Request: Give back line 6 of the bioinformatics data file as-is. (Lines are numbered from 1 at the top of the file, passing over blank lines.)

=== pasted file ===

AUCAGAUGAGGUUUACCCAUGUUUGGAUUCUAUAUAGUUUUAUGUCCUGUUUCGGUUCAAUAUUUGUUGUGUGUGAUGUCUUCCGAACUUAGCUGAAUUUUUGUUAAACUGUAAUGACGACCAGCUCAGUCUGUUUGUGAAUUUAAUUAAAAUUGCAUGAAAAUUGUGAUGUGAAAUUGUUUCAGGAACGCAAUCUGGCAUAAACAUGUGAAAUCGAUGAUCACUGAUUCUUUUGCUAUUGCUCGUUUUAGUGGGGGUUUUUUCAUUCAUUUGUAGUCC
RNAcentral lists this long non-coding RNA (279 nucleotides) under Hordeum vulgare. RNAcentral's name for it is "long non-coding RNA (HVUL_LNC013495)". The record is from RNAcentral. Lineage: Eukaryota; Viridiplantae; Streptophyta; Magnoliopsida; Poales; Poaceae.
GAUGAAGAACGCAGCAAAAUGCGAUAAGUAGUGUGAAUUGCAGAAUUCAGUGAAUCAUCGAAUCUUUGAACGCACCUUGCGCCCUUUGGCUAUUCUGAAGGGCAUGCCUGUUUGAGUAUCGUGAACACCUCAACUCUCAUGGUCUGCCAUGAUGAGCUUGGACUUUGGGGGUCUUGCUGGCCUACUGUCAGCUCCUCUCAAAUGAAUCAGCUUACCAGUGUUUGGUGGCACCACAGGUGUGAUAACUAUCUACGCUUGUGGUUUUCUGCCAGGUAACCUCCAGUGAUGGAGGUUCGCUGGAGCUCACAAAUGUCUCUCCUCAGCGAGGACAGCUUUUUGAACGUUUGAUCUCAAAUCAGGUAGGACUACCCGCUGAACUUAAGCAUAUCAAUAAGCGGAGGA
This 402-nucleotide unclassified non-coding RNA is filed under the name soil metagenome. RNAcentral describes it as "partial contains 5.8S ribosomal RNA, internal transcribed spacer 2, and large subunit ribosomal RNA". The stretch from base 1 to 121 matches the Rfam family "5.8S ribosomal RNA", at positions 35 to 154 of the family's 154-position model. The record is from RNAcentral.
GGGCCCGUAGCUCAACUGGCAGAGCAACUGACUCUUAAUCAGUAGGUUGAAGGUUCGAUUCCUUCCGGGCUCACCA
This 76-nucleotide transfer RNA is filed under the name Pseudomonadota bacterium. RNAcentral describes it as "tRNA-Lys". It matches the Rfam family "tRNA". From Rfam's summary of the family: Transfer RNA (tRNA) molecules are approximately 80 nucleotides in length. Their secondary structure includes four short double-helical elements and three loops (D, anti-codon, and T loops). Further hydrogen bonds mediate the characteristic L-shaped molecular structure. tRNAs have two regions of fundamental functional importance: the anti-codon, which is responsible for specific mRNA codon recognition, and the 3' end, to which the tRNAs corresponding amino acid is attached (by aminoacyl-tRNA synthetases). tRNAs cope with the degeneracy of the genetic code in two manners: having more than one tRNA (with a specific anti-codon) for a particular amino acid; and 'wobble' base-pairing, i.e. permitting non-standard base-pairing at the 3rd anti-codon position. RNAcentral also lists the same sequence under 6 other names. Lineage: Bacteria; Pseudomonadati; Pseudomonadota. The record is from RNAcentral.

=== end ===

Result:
This 76-nucleotide transfer RNA is filed under the name Pseudomonadota bacterium. RNAcentral describes it as "tRNA-Lys". It matches the Rfam family "tRNA". From Rfam's summary of the family: Transfer RNA (tRNA) molecules are approximately 80 nucleotides in length. Their secondary structure includes four short double-helical elements and three loops (D, anti-codon, and T loops). Further hydrogen bonds mediate the characteristic L-shaped molecular structure. tRNAs have two regions of fundamental functional importance: the anti-codon, which is responsible for specific mRNA codon recognition, and the 3' end, to which the tRNAs corresponding amino acid is attached (by aminoacyl-tRNA synthetases). tRNAs cope with the degeneracy of the genetic code in two manners: having more than one tRNA (with a specific anti-codon) for a particular amino acid; and 'wobble' base-pairing, i.e. permitting non-standard base-pairing at the 3rd anti-codon position. RNAcentral also lists the same sequence under 6 other names. Lineage: Bacteria; Pseudomonadati; Pseudomonadota. The record is from RNAcentral.